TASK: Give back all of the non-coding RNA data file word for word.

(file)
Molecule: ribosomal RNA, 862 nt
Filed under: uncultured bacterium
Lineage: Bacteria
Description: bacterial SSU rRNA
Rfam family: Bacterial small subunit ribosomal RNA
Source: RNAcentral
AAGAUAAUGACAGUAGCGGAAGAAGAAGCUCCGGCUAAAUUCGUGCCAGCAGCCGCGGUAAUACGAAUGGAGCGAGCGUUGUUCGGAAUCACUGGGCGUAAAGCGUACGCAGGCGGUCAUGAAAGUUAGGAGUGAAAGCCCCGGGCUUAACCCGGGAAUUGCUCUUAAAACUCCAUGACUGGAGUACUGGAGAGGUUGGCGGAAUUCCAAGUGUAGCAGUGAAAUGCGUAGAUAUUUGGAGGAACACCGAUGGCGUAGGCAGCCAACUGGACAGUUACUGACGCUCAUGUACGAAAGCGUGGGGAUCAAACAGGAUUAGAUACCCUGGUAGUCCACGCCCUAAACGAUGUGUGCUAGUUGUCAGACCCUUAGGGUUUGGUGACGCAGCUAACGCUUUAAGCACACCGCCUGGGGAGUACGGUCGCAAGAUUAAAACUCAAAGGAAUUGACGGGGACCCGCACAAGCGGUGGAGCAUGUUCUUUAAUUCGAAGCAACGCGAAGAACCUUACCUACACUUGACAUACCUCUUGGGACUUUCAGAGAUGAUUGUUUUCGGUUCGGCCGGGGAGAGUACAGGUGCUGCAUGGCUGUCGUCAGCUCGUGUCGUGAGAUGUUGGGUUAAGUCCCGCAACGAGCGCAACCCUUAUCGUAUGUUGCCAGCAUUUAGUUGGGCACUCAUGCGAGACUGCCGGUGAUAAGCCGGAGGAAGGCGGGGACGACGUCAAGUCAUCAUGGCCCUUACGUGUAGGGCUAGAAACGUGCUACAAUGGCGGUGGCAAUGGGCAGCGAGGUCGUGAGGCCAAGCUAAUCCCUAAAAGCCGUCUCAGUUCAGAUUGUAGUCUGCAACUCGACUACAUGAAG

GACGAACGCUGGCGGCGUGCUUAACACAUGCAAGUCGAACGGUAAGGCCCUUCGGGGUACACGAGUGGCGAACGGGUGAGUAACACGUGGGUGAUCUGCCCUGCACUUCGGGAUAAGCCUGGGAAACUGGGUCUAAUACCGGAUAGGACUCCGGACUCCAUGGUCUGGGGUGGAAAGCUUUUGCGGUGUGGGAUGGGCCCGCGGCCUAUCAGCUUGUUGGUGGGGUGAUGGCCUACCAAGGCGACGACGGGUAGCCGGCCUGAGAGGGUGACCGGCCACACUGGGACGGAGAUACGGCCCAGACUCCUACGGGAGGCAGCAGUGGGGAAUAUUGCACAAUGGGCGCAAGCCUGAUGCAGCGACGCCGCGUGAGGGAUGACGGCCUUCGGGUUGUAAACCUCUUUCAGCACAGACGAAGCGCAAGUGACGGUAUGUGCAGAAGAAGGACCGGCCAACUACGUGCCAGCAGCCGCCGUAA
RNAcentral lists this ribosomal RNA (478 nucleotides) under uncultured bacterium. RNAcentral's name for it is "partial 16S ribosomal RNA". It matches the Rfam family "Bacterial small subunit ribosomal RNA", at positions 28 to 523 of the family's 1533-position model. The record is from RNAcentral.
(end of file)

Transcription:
Molecule: ribosomal RNA, 862 nt
Filed under: uncultured bacterium
Lineage: Bacteria
Description: bacterial SSU rRNA
Rfam family: Bacterial small subunit ribosomal RNA
Source: RNAcentral
AAGAUAAUGACAGUAGCGGAAGAAGAAGCUCCGGCUAAAUUCGUGCCAGCAGCCGCGGUAAUACGAAUGGAGCGAGCGUUGUUCGGAAUCACUGGGCGUAAAGCGUACGCAGGCGGUCAUGAAAGUUAGGAGUGAAAGCCCCGGGCUUAACCCGGGAAUUGCUCUUAAAACUCCAUGACUGGAGUACUGGAGAGGUUGGCGGAAUUCCAAGUGUAGCAGUGAAAUGCGUAGAUAUUUGGAGGAACACCGAUGGCGUAGGCAGCCAACUGGACAGUUACUGACGCUCAUGUACGAAAGCGUGGGGAUCAAACAGGAUUAGAUACCCUGGUAGUCCACGCCCUAAACGAUGUGUGCUAGUUGUCAGACCCUUAGGGUUUGGUGACGCAGCUAACGCUUUAAGCACACCGCCUGGGGAGUACGGUCGCAAGAUUAAAACUCAAAGGAAUUGACGGGGACCCGCACAAGCGGUGGAGCAUGUUCUUUAAUUCGAAGCAACGCGAAGAACCUUACCUACACUUGACAUACCUCUUGGGACUUUCAGAGAUGAUUGUUUUCGGUUCGGCCGGGGAGAGUACAGGUGCUGCAUGGCUGUCGUCAGCUCGUGUCGUGAGAUGUUGGGUUAAGUCCCGCAACGAGCGCAACCCUUAUCGUAUGUUGCCAGCAUUUAGUUGGGCACUCAUGCGAGACUGCCGGUGAUAAGCCGGAGGAAGGCGGGGACGACGUCAAGUCAUCAUGGCCCUUACGUGUAGGGCUAGAAACGUGCUACAAUGGCGGUGGCAAUGGGCAGCGAGGUCGUGAGGCCAAGCUAAUCCCUAAAAGCCGUCUCAGUUCAGAUUGUAGUCUGCAACUCGACUACAUGAAG

GACGAACGCUGGCGGCGUGCUUAACACAUGCAAGUCGAACGGUAAGGCCCUUCGGGGUACACGAGUGGCGAACGGGUGAGUAACACGUGGGUGAUCUGCCCUGCACUUCGGGAUAAGCCUGGGAAACUGGGUCUAAUACCGGAUAGGACUCCGGACUCCAUGGUCUGGGGUGGAAAGCUUUUGCGGUGUGGGAUGGGCCCGCGGCCUAUCAGCUUGUUGGUGGGGUGAUGGCCUACCAAGGCGACGACGGGUAGCCGGCCUGAGAGGGUGACCGGCCACACUGGGACGGAGAUACGGCCCAGACUCCUACGGGAGGCAGCAGUGGGGAAUAUUGCACAAUGGGCGCAAGCCUGAUGCAGCGACGCCGCGUGAGGGAUGACGGCCUUCGGGUUGUAAACCUCUUUCAGCACAGACGAAGCGCAAGUGACGGUAUGUGCAGAAGAAGGACCGGCCAACUACGUGCCAGCAGCCGCCGUAA
RNAcentral lists this ribosomal RNA (478 nucleotides) under uncultured bacterium. RNAcentral's name for it is "partial 16S ribosomal RNA". It matches the Rfam family "Bacterial small subunit ribosomal RNA", at positions 28 to 523 of the family's 1533-position model. The record is from RNAcentral.